The truth is that many people fall from faith because of what they perceive to be God’s NO’s, either for their own prayers or for the tragedies they see around them.  We make a terrible assumption that God should be like a bell-hop.  Put in the service request and He should hop to it and serve our needs – right now.  Or we treat Him like a pop machine.  Put in the payment – such as a prayer request – and out should pop the answer we want in the timing we want.  In our arrogance, we might even think, “Hey God, I’m one of your best believers!  I go to church, I go to Bible class, I give generously, I teach Sunday School, I tell others about you” or whatever our arrogance leads us to believe about special treatment we think we should receive.

Let me tell you a hard Biblical fact.  Many of the best and most famous believers in the Bible got no special breaks because of who they were.  Think first of Mary, Jesus’ own mother, of whom it was prophesied that the whole world would call her blessed. Luther called her “Theotokus,” the God-bearer. Think Jesus’ mother got special treatment?  How about a 75-mile hike at nine months pregnant from Nazareth to Bethlehem?  No red carpet for Mary, the mother of God!  She and Joseph finish the journey, and she goes into labor but there is no room in the inn.  She gives birth to the Son of God in a shelter where the animals are kept and lays her baby in a feeding trough.  No relatives were there, not a mother, not a cousin, not a sister, not a midwife – no friends, no loved ones or family.  Only her husband Joseph was there and they hadn’t even gone through a Lamaze class!

What about the 12 disciples?  As far as we know, only one – John –  was spared a gruesome death for preaching about Christ.  Peter, who refused to renounce his faith was crucified, tied upside down on an x-shaped cross because he said he wasn’t worthy to be crucified in the same fashion as his Lord.  From there, he preached for two days before he finally died. Thomas was impaled by a spear.  Tradition holds that St. Paul was beheaded in Rome and died as a martyr for his faith.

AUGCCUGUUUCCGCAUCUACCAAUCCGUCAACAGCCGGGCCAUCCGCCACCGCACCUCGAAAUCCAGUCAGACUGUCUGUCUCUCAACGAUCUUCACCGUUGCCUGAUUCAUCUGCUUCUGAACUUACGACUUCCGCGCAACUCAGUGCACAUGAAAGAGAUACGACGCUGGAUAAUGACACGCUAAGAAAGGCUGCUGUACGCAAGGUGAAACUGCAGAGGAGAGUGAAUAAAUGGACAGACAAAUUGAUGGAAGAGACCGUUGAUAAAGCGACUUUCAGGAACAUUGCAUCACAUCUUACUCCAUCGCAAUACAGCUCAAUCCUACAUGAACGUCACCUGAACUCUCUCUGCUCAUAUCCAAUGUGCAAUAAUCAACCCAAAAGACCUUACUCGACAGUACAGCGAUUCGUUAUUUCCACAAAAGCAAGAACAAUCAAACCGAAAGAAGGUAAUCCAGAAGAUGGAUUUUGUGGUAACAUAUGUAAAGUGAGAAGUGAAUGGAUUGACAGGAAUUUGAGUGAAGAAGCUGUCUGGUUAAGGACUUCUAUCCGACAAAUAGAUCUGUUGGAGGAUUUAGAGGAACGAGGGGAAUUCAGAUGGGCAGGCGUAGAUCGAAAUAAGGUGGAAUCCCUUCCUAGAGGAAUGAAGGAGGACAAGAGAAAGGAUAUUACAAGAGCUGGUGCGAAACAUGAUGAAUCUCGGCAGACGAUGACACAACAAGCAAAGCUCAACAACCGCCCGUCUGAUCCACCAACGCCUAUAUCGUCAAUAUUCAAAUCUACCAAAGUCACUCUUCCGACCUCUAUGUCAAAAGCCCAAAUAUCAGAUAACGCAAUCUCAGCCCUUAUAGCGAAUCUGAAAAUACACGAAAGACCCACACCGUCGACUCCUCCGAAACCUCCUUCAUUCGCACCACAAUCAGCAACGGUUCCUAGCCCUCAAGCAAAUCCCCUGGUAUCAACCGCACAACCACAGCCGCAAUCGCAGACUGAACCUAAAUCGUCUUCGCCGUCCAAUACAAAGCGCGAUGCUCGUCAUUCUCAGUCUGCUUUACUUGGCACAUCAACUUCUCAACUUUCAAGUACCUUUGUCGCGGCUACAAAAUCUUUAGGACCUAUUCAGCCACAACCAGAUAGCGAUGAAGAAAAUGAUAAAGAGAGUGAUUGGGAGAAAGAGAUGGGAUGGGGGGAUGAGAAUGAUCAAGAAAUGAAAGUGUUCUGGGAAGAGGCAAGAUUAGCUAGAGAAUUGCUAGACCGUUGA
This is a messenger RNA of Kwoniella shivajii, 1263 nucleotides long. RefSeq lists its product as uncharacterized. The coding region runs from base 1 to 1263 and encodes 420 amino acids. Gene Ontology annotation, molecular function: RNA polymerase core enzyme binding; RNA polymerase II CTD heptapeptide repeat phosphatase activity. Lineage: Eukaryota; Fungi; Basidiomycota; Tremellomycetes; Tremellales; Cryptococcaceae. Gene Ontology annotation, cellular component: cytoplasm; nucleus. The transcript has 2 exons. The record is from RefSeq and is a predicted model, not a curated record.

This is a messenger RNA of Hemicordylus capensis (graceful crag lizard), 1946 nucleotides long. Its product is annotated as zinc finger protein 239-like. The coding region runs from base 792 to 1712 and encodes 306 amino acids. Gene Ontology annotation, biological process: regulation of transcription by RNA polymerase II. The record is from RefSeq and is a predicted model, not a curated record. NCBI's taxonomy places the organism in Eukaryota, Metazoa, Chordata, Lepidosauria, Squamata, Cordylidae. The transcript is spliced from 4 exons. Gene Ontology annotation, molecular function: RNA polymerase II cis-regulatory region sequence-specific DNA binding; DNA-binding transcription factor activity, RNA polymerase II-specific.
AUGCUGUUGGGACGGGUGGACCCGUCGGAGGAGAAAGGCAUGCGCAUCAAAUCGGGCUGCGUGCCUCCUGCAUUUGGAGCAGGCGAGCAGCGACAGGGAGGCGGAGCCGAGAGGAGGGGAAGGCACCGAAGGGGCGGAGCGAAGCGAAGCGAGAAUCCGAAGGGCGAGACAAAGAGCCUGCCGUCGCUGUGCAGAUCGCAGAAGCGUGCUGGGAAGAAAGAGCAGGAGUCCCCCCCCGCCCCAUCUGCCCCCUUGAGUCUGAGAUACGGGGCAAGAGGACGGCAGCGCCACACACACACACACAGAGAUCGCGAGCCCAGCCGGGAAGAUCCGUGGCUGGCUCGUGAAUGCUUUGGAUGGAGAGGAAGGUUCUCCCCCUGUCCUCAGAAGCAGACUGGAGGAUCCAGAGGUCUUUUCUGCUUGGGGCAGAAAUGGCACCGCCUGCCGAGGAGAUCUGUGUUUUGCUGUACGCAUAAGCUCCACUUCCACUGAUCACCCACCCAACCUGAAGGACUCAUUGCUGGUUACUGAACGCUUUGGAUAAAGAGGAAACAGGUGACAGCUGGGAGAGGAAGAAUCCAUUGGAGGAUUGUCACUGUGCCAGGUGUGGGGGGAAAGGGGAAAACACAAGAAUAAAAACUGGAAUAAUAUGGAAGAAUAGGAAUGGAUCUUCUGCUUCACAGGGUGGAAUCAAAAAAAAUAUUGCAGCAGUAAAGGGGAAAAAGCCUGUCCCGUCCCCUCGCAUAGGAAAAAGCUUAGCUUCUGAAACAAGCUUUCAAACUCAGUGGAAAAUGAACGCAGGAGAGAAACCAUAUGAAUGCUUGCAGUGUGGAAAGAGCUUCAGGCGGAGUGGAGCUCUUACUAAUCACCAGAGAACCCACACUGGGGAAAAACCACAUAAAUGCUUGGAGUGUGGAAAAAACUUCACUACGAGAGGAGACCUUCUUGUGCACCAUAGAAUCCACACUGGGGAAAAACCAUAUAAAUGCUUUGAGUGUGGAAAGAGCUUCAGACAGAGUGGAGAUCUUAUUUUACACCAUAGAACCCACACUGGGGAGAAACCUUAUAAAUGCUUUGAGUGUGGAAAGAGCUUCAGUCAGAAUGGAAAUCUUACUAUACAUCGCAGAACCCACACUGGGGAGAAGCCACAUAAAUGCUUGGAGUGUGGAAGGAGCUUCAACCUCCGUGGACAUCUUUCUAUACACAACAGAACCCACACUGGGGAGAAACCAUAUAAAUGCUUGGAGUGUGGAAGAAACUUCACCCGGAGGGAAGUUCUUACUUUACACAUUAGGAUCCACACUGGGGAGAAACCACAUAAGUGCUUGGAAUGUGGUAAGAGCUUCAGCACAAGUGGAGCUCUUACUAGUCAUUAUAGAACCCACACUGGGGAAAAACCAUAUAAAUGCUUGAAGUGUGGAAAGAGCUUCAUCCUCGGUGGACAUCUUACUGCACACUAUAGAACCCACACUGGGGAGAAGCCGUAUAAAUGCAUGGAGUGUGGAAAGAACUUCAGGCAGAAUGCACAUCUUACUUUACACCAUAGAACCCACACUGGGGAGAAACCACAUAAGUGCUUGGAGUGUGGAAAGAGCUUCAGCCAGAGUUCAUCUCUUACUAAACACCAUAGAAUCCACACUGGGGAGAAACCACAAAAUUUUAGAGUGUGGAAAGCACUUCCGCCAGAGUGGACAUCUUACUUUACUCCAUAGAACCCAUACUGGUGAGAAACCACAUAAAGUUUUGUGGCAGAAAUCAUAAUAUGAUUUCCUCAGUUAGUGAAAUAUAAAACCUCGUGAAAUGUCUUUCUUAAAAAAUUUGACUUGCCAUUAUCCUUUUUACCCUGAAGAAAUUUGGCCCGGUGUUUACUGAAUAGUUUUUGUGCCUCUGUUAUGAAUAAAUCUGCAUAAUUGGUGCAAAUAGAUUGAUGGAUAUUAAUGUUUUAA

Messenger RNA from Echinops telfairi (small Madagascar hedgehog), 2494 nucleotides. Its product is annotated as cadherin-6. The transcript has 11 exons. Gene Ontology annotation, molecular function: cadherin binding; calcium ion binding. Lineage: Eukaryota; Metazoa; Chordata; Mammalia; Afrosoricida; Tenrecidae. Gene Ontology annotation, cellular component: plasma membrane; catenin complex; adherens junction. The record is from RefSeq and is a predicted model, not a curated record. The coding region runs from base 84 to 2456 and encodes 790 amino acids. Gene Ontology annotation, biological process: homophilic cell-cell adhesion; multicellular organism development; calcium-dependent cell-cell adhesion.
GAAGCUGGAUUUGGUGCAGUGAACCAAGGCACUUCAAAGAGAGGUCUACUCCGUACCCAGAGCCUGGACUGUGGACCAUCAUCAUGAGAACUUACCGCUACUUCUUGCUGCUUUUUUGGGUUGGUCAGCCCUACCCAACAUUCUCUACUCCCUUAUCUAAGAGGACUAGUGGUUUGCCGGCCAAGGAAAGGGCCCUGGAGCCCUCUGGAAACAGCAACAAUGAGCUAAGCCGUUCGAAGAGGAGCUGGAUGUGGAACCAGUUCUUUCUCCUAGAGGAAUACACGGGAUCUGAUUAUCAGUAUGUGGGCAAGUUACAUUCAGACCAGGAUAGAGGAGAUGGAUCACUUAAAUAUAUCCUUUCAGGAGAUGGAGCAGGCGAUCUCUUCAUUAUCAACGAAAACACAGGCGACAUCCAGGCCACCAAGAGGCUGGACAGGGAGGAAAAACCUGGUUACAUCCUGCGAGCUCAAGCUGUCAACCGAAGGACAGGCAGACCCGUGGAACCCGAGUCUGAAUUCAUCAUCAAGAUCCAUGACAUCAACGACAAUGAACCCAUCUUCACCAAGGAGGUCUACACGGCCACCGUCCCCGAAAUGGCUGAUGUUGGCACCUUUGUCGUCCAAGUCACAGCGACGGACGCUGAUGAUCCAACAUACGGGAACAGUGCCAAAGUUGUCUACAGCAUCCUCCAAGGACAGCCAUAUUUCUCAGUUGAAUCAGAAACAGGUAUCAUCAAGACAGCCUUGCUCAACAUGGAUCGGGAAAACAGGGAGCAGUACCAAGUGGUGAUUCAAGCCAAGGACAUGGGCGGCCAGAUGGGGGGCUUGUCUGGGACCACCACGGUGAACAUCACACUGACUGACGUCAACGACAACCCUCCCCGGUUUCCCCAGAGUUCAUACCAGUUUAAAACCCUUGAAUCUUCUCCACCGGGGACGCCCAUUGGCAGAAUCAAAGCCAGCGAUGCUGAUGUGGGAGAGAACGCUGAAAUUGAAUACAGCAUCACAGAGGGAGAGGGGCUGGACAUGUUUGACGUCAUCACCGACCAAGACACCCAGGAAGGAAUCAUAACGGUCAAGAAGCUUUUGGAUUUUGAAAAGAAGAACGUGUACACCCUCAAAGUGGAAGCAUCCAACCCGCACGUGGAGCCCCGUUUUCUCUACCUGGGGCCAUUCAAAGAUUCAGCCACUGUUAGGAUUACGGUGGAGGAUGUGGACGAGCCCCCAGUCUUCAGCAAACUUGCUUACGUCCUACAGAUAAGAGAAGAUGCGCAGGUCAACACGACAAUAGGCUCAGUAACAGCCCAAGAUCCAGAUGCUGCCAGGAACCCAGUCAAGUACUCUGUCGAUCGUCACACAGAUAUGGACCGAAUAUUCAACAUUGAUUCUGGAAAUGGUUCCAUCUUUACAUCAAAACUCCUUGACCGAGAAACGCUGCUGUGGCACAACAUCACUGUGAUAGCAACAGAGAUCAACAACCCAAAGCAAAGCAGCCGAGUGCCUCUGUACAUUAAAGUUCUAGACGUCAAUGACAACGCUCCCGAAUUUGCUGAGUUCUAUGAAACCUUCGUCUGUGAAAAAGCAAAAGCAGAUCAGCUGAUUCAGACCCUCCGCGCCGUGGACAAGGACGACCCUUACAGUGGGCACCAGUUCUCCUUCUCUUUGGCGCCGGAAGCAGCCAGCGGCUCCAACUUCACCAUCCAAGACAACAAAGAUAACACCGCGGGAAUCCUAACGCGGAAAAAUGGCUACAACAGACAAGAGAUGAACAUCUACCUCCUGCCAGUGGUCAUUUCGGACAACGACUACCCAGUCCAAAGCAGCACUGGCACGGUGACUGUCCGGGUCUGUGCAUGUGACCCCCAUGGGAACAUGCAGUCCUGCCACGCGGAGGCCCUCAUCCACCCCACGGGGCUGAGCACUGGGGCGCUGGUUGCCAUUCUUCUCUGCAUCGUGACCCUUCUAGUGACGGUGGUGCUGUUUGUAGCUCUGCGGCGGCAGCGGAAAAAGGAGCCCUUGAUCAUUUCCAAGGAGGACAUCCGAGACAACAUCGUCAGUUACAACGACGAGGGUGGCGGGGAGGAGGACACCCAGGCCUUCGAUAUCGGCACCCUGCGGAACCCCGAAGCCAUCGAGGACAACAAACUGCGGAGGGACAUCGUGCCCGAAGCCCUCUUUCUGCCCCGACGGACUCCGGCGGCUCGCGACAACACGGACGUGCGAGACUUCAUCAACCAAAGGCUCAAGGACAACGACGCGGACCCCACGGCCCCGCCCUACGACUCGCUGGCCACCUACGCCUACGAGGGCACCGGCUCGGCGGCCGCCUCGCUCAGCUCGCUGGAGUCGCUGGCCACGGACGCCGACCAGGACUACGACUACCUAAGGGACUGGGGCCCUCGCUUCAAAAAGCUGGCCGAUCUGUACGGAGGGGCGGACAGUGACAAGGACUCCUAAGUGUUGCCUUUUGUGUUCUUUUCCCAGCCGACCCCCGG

The great prophet Elijah who called down fire on the altar of Baal, and prayed for and received rain after three years of drought was sawn in half for His preaching.  Other prophets were put to death by the sword.  According to Hebrews 11, “some faced jeers and flogging, while still others were chained and put in prison. [Some] were stoned…They went about in sheepskins and goatskins, destitute, persecuted and mistreated – the world was not worthy of them!”  Yet the Bible commends all of them for their faith (Heb. 11).  Faith in the deep, deep love of God.

In other words, Point #2, your alleged worthiness does not guarantee you any special treatment or “yes answers” to all your prayers although James does promise a yes to this request: “If any of you lacks wisdom he should ask God, who gives generously to all without finding fault and it will be given to him.  (James 1:5)  Your faith in Christ, no matter what your circumstances, does guarantee you an eternal glory and profound wisdom about of the love of God for sinners.  Ask for it!

Point #3 There is nothing more important than knowing the deep love of Christ so that Christ may dwell in your hearts through faith.  It’s more important than health, more important than a decent paying job, more important than food, home, spouse or finances.  Look at the beginning of our Ephesians passage.  Paul says, “I KNEEL before the Father…and…I pray that out of his glorious riches he may strengthen you with POWER through His Spirit in your inner being, so that Christ may dwell in your hearts through faith.”